God sees things pretty black and white.  And it all comes down to being righteous and walking with Him in His way.  “The Lord knows the way of the righteous, but the way of the wicked will perish”.  It doesn’t get a lot clearer than this.  God knows – He is watching and keeping score – and the scoreboard is all about living righteously.  If we fail, the opposite is the result – and that is called wickedness.  There is nothing in between.  We either are walking with God or we aren’t.  There is no half way position.  God sees this black and white.  We need to be sure we walk with Him and are like a tree planed beside streams of living water so we bear fruit!

1 Chronicles 16

1 Chronicles 16 has the follow up to placing the ark of the covenant in the tent that David had pitched for it.  It was a time of offering and celebration.  “He blessed the people….and distributed to all Israel”.  David called all of the people together and blessed them.  The power of a blessing is significant.  We need to consider how to do that and utilize blessings as a way to make an impact.  We need to pray blessing over our spouse, kids, family, friends and others in our patch.  The power of blessing is something we need to us.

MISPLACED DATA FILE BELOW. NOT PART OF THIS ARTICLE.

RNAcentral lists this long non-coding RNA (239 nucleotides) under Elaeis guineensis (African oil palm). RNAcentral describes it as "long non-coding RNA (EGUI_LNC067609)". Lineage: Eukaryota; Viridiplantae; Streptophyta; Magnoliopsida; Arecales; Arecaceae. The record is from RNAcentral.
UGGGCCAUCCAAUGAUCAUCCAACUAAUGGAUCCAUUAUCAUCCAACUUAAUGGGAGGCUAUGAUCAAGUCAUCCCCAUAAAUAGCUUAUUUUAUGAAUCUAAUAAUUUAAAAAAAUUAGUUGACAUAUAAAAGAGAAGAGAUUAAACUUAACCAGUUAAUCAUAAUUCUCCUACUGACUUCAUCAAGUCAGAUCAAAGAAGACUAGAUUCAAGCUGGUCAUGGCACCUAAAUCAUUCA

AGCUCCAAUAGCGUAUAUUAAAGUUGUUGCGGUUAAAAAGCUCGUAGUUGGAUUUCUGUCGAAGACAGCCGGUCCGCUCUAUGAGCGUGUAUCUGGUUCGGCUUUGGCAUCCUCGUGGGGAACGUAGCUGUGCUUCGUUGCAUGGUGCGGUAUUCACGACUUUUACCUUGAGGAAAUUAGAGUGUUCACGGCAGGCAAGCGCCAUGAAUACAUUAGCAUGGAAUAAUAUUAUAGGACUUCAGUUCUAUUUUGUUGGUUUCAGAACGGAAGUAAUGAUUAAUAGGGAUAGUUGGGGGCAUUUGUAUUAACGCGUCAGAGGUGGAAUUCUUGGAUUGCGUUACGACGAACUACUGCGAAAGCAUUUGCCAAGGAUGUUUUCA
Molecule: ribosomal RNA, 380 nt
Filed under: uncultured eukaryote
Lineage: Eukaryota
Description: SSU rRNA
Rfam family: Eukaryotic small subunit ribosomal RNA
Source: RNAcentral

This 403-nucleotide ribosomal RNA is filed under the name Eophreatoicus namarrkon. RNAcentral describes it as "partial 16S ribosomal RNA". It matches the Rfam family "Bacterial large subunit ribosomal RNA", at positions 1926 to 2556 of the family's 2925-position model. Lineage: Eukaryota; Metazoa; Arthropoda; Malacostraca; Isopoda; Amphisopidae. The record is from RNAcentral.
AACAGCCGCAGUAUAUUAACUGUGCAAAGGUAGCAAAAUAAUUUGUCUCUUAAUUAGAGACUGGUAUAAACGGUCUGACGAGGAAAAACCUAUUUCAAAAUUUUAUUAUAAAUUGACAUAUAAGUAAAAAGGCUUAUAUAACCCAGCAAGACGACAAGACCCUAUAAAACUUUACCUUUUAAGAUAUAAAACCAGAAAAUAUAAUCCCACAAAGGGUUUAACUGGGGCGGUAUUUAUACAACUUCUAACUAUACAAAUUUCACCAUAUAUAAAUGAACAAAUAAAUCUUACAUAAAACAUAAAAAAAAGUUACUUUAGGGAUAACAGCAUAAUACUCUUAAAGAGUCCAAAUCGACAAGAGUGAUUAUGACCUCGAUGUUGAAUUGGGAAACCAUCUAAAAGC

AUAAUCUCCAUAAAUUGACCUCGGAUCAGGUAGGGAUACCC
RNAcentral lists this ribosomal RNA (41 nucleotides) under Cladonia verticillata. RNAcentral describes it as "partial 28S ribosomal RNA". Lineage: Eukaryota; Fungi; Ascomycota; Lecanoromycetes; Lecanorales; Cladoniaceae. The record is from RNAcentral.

David “appointed some” to be the ministers and priests of the ark.  They were to care for the place and lead the interaction between God and His people.  We find out that David “appointed that thanksgiving be sung”.  He wanted the people to be praising God.  We see a very familiar passage here that is used often in worship.  Check out what the scripture tells us about God: “Oh give thanks to the Lord; call upon his name; make known his deeds among the peoples! Sing to him; sing praises to him; tell of all his wondrous works! Glory in his holy name; let the hearts of those who seek the Lord rejoice!  Seek the Lord and his strength; seek his presence continually! Remember the wondrous works that he has done, his miracles and the judgments he uttered”.